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    How big should the habitat be?
    This will vary widely depending on the size of your toad and how many toads you are keeping. While a pair of Bombina toads will be comfortable in a 10 gallon enclosure, a single Common Toad would need the same amount of space. Research the adult size of your toad and speak to your veterinarian to pick out an appropriate sized enclosure. Always remember that if you are keeping more than one toad in an enclosure, it will need to be larger.
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    What should I put in the habitat?
    This too will vary by species, but all toads will require multiple hiding places within their habitats. In a terrestrial or semi-terrestrial setup, hiding places can be made from smooth rocks, decorative branches, driftwood, cork bark, and live or artificial plants. In an aquatic setup, you can use large, smooth rocks and pebbles that are secure places, aquarium decorations, PVC pipes, and terracotta flower pots.
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    What kind of substrate should I use?
    In a terrestrial or semi-terrestrial setup, substrate is generally some combination of moss, potting soil, gravel, and bark chips. Whatever substrate you choose should allow your toad to burrow, which is what many toads will do to cool themselves off or pass the time during the day. In an aquatic setup, you can use gravel or sand.
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    What kind of water should I use?
    Any water that you put into your toad's habitat absolutely must be free of chlorine. Toads are very sensitive to chemicals, and using water straight from the tap can kill them. You can use bottled spring water, or you can use tap water that has been sitting out for at least 24 hours or that has been treated with a water conditioner.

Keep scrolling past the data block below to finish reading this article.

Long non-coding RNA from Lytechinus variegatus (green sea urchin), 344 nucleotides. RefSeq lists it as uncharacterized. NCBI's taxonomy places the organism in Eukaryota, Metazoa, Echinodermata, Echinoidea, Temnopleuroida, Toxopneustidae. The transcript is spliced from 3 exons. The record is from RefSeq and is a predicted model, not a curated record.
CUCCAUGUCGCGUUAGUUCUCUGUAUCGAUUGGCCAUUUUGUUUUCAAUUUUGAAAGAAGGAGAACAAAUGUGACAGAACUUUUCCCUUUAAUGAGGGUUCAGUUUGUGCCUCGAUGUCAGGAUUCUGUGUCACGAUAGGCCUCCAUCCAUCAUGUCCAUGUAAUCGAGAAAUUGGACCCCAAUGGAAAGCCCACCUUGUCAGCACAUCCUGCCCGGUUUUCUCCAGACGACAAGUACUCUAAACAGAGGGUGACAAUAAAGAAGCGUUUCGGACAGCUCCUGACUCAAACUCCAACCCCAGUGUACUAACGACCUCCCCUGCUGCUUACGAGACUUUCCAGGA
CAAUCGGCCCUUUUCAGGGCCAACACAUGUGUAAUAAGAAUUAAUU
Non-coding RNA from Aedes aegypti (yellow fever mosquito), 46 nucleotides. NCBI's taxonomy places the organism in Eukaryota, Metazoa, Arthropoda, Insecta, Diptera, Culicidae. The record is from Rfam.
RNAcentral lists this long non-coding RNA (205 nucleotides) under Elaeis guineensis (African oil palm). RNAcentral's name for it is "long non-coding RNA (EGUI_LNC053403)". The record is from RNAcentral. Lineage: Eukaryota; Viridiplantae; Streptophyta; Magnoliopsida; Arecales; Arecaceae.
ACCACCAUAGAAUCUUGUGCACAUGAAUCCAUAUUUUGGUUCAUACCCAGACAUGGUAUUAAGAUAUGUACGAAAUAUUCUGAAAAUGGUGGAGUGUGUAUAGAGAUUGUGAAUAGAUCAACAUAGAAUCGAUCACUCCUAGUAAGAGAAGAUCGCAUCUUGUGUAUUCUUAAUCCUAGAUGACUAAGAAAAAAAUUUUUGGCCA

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    How do I keep the water clean?
    If you are using water bowls, remove them from the habitat, empty them, clean them, and fill them with clean water daily. If your toads have a water area, you will need to use a quality filter and do partial water changes approximately once a week or as needed.
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    How deep should the water be?
    The depth of the water will vary by species. Oriental Fire-bellied Toads aren't very good swimmers, so their water should be no more than 1-1/2" to 4" deep, depending on their size. The Common Toad will need a water bowl deep enough so that when filled, the water reaches to just below their nostrils. Regardless of how big your toad is, make sure you set up the water bowls or water areas in such a way that your toad can easily exit or enter the water.
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    How warm does the habitat need to be?
    The preferred optimum temperature range (POTR) depends on the individual species.

    Bombina toads 64° to 75°F overall cage temperature, 74° to 85°F basking area, 76° to 78°F water temperature
    Bufo toads The POTR varies widely because these toads are found all over the world. Tropical species tend to need a range between 75° and 80°F, while species from more temperate climates do well at around room temperature.
    Pipa toads 75° to 78°F water temperature

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    How do I maintain proper temperatures?
    For those toads that need warmer water in their aquatic setup, you will probably have to use a submersible aquarium heater to maintain the POTR. You can use incandescent low-level lights in terrestrial or semi-terrestrial setups to increase ambient temperature. We recommend that you avoid the use of under tank heater and mats, as toads that burrow under the substrate can burn themselves on those heating products. If your toad needs a warm basking area, use a heat lamp or basking lamp to create it. Using a timer with these lamps will help to create a natural cooling down period at night as well.
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    What kind of lighting does my toad need?
    Some toads are nocturnal, while others, such as the Bombina toads, are diurnal. While toads don't require special lighting, we still recommend the use of UV lights with a low UVB output because it more accurately simulates a natural environment, which reduces stress. Use a timer to provide 12 hours of light each day, and use special nocturnal bulbs if you want to view your toads at night.